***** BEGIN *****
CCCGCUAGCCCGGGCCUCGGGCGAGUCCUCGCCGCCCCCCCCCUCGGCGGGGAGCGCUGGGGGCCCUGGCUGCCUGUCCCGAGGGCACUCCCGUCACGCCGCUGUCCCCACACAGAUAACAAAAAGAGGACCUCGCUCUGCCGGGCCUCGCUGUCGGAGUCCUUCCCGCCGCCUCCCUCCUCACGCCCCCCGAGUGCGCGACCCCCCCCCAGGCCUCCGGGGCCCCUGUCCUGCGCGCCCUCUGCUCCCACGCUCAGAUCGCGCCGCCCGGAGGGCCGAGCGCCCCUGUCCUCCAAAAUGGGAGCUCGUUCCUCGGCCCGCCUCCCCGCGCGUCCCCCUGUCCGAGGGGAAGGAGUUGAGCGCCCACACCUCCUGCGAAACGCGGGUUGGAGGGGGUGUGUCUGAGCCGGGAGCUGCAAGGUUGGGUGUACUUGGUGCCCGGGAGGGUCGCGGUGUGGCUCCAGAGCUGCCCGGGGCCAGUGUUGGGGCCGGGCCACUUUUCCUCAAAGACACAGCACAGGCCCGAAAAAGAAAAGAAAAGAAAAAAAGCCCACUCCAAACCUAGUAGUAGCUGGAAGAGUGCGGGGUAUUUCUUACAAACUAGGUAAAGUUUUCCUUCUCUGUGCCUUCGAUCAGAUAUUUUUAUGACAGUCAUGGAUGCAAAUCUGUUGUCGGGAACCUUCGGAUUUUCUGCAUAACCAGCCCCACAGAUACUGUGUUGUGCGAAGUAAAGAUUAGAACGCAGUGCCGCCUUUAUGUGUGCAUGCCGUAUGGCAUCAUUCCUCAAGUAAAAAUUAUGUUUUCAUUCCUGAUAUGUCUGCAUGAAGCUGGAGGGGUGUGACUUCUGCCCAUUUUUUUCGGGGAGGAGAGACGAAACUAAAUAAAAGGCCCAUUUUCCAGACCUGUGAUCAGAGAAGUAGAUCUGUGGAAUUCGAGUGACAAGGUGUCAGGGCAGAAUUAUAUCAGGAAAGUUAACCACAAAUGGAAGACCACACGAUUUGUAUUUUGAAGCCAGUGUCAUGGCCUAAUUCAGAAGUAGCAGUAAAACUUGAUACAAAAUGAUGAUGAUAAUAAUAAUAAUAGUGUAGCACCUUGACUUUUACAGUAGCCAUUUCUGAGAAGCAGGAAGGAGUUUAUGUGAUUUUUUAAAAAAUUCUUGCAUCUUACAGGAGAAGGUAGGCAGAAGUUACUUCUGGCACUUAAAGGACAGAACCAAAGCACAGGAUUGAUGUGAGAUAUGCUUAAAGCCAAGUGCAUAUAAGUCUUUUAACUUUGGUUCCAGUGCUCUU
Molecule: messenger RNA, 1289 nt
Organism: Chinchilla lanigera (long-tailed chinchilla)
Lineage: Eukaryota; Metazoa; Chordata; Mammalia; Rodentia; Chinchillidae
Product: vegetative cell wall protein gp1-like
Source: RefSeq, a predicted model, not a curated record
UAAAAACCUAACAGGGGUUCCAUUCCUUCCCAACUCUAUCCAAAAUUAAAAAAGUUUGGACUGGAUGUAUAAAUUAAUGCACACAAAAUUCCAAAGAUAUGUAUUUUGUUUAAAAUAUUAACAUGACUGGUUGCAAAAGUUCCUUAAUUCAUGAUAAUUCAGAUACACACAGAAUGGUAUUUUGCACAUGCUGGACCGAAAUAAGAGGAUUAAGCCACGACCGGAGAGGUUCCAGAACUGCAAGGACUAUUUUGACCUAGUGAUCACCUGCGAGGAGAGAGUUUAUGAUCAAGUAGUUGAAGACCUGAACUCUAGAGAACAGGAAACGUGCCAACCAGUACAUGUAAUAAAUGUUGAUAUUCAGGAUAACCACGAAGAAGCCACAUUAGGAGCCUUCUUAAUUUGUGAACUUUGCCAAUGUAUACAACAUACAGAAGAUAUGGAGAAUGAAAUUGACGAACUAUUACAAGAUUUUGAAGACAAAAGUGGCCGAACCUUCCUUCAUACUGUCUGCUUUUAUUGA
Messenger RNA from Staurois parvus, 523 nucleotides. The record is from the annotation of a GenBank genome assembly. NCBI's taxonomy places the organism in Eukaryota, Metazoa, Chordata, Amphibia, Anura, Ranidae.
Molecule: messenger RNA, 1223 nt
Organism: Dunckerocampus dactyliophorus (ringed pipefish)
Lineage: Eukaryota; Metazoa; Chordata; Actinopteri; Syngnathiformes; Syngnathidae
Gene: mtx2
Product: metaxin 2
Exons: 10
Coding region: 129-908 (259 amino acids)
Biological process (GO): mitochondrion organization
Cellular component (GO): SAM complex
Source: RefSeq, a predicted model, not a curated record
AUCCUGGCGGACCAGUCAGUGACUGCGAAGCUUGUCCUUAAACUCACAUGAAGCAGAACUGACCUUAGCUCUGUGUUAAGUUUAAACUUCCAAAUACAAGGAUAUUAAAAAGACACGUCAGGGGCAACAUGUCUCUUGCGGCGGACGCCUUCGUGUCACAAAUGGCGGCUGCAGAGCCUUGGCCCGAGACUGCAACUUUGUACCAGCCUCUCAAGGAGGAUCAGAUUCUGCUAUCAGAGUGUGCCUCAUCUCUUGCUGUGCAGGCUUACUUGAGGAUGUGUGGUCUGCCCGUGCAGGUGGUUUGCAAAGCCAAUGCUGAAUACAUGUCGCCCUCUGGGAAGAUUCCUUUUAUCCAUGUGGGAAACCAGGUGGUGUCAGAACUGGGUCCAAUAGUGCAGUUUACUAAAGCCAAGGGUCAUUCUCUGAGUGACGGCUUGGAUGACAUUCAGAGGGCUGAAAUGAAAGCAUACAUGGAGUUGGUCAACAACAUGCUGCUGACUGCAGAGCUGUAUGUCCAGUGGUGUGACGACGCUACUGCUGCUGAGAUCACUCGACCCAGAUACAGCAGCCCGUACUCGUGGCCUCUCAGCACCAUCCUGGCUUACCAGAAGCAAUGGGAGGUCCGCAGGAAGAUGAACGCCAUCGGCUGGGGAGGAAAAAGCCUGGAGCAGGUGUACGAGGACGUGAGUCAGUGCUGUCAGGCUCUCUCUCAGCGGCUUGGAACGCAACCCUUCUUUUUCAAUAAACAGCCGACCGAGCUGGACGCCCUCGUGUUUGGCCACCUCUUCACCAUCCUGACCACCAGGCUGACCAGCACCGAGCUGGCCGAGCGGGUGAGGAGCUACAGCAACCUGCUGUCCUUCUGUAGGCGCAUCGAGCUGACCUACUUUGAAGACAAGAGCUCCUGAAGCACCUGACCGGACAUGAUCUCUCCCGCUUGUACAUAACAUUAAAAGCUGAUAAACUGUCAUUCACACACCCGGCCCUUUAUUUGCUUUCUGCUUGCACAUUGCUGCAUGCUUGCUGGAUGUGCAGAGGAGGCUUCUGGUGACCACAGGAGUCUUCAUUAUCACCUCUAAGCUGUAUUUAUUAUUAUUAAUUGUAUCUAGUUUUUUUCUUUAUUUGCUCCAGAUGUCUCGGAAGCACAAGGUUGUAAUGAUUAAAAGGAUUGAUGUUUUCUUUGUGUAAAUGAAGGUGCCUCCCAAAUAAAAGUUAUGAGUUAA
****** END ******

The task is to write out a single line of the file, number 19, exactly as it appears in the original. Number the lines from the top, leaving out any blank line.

AUCCUGGCGGACCAGUCAGUGACUGCGAAGCUUGUCCUUAAACUCACAUGAAGCAGAACUGACCUUAGCUCUGUGUUAAGUUUAAACUUCCAAAUACAAGGAUAUUAAAAAGACACGUCAGGGGCAACAUGUCUCUUGCGGCGGACGCCUUCGUGUCACAAAUGGCGGCUGCAGAGCCUUGGCCCGAGACUGCAACUUUGUACCAGCCUCUCAAGGAGGAUCAGAUUCUGCUAUCAGAGUGUGCCUCAUCUCUUGCUGUGCAGGCUUACUUGAGGAUGUGUGGUCUGCCCGUGCAGGUGGUUUGCAAAGCCAAUGCUGAAUACAUGUCGCCCUCUGGGAAGAUUCCUUUUAUCCAUGUGGGAAACCAGGUGGUGUCAGAACUGGGUCCAAUAGUGCAGUUUACUAAAGCCAAGGGUCAUUCUCUGAGUGACGGCUUGGAUGACAUUCAGAGGGCUGAAAUGAAAGCAUACAUGGAGUUGGUCAACAACAUGCUGCUGACUGCAGAGCUGUAUGUCCAGUGGUGUGACGACGCUACUGCUGCUGAGAUCACUCGACCCAGAUACAGCAGCCCGUACUCGUGGCCUCUCAGCACCAUCCUGGCUUACCAGAAGCAAUGGGAGGUCCGCAGGAAGAUGAACGCCAUCGGCUGGGGAGGAAAAAGCCUGGAGCAGGUGUACGAGGACGUGAGUCAGUGCUGUCAGGCUCUCUCUCAGCGGCUUGGAACGCAACCCUUCUUUUUCAAUAAACAGCCGACCGAGCUGGACGCCCUCGUGUUUGGCCACCUCUUCACCAUCCUGACCACCAGGCUGACCAGCACCGAGCUGGCCGAGCGGGUGAGGAGCUACAGCAACCUGCUGUCCUUCUGUAGGCGCAUCGAGCUGACCUACUUUGAAGACAAGAGCUCCUGAAGCACCUGACCGGACAUGAUCUCUCCCGCUUGUACAUAACAUUAAAAGCUGAUAAACUGUCAUUCACACACCCGGCCCUUUAUUUGCUUUCUGCUUGCACAUUGCUGCAUGCUUGCUGGAUGUGCAGAGGAGGCUUCUGGUGACCACAGGAGUCUUCAUUAUCACCUCUAAGCUGUAUUUAUUAUUAUUAAUUGUAUCUAGUUUUUUUCUUUAUUUGCUCCAGAUGUCUCGGAAGCACAAGGUUGUAAUGAUUAAAAGGAUUGAUGUUUUCUUUGUGUAAAUGAAGGUGCCUCCCAAAUAAAAGUUAUGAGUUAA